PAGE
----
WASHINGTON — Senate Majority Leader Mitch McConnell said Wednesday there will be "no haggling" over the process for President Donald Trump's impeachment trial in a deepening standoff with House Speaker Nancy Pelosi over Democratic demands for details and more witnesses.
McConnell has indicated Republicans have the leverage they need to launch Trump's trial on his terms, but Pelosi's reluctance to transmit the articles of impeachment leaves the Senate proceedings at a standstill.
A resolution is expected this week in the showdown that is testing the negotiating skills of the two seasoned leaders as they face off over the rare impeachment trial, only the third in the nation's history.
The House impeached Trump last month on charges that he abused the power of his office by pressuring Ukraine's new leader to investigate Democrats, using as leverage $400 million in military assistance for U.S. ally as it counters Russia at its border. The funding for Ukraine was eventually released but only after Congress intervened.
Trump insists he did nothing wrong. His trial will be conducted in the Senate, where Republicans have a thin majority.
"There will be no haggling with the House over Senate procedure," said McConnell, R-Ky. "We will not cede our authority to try this impeachment. The House Democrats' turn is over."
But even as McConnell spoke from the Senate floor, Pelosi, D-Calif., was giving no indication of her plans. In a closed-door meeting with the House Democratic caucus, she spoke instead about the crisis in the Middle East, with Iran's retaliatory ballistic missile attacks on U.S. bases in Iraq, according to several Democrats in the room.
Pelosi wants McConnell to "immediately" make public the details of his trial proposal, according to a letter to colleagues. She wants to see how much time will be devoted to the trial, and other details before she announces her choice of House managers to try the case in the Senate, according to Democrats familiar with the situation and granted anonymity to discuss it.
"Sadly, Leader McConnell has made clear that his loyalty is to the President and not the Constitution," Pelosi wrote to colleagues late Tuesday. She said the process he is outlining "is not only unfair but designed to deprive Senators and the American people of crucial documents and testimony.''
The contours of a Senate trial have been in dispute for weeks. But McConnell gained ground when he announced Tuesday that he has support from the majority of senators to start a trial structured like the last one, against President Bill Clinton in 1999. Those proceedings also began without an agreement on witnesses.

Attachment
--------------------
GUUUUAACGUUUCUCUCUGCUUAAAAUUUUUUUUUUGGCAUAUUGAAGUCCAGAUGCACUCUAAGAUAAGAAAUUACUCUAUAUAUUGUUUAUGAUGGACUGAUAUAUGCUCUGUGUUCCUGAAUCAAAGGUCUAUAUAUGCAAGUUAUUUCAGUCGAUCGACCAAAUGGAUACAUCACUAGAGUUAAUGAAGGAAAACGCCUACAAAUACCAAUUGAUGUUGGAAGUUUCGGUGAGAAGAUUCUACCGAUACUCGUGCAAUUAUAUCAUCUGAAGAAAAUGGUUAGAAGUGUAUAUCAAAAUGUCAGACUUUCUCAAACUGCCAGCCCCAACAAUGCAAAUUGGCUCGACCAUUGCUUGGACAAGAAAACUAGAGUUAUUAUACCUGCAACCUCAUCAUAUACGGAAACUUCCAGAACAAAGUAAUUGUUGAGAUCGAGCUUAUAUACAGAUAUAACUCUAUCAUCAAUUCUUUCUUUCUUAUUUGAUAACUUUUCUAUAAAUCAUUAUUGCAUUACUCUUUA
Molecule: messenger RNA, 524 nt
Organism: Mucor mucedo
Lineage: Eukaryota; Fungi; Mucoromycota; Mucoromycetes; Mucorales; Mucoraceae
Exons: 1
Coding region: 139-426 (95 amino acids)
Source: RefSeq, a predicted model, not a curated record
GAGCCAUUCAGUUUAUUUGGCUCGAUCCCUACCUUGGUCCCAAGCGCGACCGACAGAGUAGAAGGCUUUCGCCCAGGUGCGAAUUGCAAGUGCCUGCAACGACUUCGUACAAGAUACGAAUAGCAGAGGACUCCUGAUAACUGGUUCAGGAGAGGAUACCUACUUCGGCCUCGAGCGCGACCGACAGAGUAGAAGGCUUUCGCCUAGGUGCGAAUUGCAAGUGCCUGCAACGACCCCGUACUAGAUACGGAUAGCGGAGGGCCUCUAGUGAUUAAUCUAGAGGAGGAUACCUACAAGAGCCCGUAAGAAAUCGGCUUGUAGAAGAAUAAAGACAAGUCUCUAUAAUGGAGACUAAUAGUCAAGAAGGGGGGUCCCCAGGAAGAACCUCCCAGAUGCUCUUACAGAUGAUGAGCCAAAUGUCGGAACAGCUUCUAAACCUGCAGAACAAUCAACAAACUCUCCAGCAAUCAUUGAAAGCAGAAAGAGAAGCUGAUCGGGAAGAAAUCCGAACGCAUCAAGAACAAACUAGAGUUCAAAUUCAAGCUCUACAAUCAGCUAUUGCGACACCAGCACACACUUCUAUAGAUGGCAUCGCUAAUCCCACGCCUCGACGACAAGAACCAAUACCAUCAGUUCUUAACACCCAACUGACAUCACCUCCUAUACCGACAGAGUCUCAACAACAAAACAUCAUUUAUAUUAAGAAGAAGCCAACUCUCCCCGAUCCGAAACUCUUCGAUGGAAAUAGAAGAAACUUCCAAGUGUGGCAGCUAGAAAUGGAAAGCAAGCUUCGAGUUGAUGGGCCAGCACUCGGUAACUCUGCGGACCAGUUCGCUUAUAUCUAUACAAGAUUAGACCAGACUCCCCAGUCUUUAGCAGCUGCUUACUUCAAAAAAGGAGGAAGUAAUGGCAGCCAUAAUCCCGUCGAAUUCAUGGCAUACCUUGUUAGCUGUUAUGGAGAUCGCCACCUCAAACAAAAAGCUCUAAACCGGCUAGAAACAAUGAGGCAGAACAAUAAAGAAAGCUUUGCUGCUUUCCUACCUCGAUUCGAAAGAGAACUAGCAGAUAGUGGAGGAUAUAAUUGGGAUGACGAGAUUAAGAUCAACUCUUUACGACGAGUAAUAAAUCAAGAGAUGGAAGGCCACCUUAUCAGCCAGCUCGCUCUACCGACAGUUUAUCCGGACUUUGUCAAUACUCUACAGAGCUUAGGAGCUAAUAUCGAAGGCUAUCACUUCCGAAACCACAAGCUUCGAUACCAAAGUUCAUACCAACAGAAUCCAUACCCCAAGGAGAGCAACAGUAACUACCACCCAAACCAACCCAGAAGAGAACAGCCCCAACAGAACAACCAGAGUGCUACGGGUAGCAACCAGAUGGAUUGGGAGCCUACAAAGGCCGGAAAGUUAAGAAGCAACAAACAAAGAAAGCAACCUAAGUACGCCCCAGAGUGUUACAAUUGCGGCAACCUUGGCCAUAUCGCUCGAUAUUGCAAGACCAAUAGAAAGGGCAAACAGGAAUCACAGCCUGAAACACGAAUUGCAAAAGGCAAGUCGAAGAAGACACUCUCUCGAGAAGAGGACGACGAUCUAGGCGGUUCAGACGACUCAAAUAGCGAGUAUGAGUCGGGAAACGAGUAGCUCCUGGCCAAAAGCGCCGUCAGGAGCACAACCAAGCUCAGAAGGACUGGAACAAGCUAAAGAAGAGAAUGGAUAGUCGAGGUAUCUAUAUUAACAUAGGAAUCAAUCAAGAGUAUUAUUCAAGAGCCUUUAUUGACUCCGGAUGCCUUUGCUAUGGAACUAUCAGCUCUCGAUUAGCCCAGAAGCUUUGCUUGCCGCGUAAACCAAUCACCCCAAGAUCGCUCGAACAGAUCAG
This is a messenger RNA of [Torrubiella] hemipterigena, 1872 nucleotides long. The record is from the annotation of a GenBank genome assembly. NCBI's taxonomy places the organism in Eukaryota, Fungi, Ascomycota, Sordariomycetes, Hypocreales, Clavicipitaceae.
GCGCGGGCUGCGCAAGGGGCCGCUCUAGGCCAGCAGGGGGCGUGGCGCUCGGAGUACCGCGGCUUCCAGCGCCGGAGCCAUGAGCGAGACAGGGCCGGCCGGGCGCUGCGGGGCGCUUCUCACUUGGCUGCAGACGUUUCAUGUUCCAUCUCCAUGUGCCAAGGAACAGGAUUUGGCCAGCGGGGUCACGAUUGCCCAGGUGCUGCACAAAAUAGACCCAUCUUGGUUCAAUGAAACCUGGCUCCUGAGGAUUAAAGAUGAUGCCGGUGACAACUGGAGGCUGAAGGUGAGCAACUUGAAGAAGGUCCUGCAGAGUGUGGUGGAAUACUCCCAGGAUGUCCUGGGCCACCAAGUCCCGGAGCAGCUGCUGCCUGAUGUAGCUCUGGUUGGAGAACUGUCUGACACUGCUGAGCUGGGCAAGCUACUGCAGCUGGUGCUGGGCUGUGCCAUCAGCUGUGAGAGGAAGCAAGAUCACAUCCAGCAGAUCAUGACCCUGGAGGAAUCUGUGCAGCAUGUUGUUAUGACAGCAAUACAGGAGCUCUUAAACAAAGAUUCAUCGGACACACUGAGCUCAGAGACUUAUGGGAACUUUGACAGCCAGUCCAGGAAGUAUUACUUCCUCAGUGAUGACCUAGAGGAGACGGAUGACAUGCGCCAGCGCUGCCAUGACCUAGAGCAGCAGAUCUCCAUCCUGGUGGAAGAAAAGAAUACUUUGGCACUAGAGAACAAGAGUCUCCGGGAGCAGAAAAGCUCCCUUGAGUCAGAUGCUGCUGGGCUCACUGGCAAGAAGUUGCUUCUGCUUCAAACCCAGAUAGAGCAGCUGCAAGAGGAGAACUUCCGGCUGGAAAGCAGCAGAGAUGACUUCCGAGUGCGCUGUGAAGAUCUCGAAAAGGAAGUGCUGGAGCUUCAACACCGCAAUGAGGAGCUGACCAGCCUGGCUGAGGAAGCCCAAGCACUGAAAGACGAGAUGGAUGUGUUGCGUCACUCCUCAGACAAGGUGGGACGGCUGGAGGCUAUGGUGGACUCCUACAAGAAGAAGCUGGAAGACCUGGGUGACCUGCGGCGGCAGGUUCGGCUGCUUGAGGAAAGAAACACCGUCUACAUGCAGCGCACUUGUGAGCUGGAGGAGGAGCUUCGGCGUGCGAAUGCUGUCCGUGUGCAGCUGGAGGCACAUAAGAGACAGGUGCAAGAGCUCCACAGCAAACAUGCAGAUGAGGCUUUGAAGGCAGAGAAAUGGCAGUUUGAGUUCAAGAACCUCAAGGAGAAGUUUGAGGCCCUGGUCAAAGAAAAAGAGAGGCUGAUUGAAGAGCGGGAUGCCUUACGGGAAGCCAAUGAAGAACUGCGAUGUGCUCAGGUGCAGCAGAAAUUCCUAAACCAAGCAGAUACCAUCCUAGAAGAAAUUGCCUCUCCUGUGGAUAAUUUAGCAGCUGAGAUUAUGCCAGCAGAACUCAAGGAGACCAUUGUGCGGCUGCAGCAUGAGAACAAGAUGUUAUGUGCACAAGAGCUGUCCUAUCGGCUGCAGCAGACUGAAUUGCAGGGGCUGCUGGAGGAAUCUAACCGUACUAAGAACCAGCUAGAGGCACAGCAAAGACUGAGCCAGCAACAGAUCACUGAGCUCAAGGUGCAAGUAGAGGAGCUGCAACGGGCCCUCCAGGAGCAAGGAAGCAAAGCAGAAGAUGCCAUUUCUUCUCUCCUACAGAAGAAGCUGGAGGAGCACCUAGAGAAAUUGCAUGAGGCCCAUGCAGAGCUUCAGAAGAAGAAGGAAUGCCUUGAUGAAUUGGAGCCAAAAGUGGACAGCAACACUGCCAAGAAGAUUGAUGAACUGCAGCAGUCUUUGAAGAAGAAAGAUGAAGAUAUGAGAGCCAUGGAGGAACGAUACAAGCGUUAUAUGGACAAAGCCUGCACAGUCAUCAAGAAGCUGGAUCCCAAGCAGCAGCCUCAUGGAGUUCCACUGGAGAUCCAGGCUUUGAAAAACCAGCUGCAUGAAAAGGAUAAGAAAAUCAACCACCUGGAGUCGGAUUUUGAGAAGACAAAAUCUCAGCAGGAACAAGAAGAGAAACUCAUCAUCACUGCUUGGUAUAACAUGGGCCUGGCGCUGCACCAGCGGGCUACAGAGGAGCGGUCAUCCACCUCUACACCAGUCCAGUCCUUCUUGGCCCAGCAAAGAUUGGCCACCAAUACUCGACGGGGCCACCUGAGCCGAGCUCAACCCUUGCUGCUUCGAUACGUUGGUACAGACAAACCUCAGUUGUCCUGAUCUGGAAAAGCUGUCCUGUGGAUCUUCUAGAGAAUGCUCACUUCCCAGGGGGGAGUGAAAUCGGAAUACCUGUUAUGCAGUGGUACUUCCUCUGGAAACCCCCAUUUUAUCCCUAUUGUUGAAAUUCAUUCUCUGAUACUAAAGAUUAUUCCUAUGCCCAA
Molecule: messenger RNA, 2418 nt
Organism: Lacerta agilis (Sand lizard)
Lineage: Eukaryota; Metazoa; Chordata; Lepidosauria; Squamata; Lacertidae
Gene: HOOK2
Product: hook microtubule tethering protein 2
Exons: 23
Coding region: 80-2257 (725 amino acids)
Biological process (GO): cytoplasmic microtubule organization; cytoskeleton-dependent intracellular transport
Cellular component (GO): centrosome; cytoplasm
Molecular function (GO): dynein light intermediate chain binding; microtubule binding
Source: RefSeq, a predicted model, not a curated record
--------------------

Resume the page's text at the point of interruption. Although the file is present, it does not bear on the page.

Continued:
"We have the votes," McConnell told reporters.
It takes 51 votes for agreement on the trial proceedings, and with Republicans holding a 53-47 Senate majority, Democrats are trying to peel off support from a few GOP senators for their demands.
McConnell, who has resisted calling new witnesses, expects a speedy trial that will end with Trump acquitted of the charges. He complained about Pelosi's "'endless appetite for these cynical games'' and said it will be up to senators to decide if they want more testimony.
On the Senate floor Wednesday, Democratic leader Chuck Schumer promised he would force votes on witnesses, requiring senators to choose whether they want to hear from Trump former national security adviser John Bolton and others.
"When the Senate has votes on witnesses and documents, my Republican colleagues will have to answer to not just the president," Schumer said. "The American people do not want a cover up."
Pelosi, who is delaying transmission of the articles as Democrats press for testimony and documents, told House leaders in a private meeting Tuesday that she believed the strategy was working, according to those in that meeting.
"People are united," said Democratic Rep. Mike Thompson of California about the mood in the House caucus.
Republicans countered that Democrats rushed to impeach and then delayed the process. Pelosi has yet to choose House impeachment managers for the trial, a politically sensitive next step, with many lawmakers vying to be candidates.
Associated Press writers Darlene Superville, Matthew Daly and Padmananda Rama contributed to this report.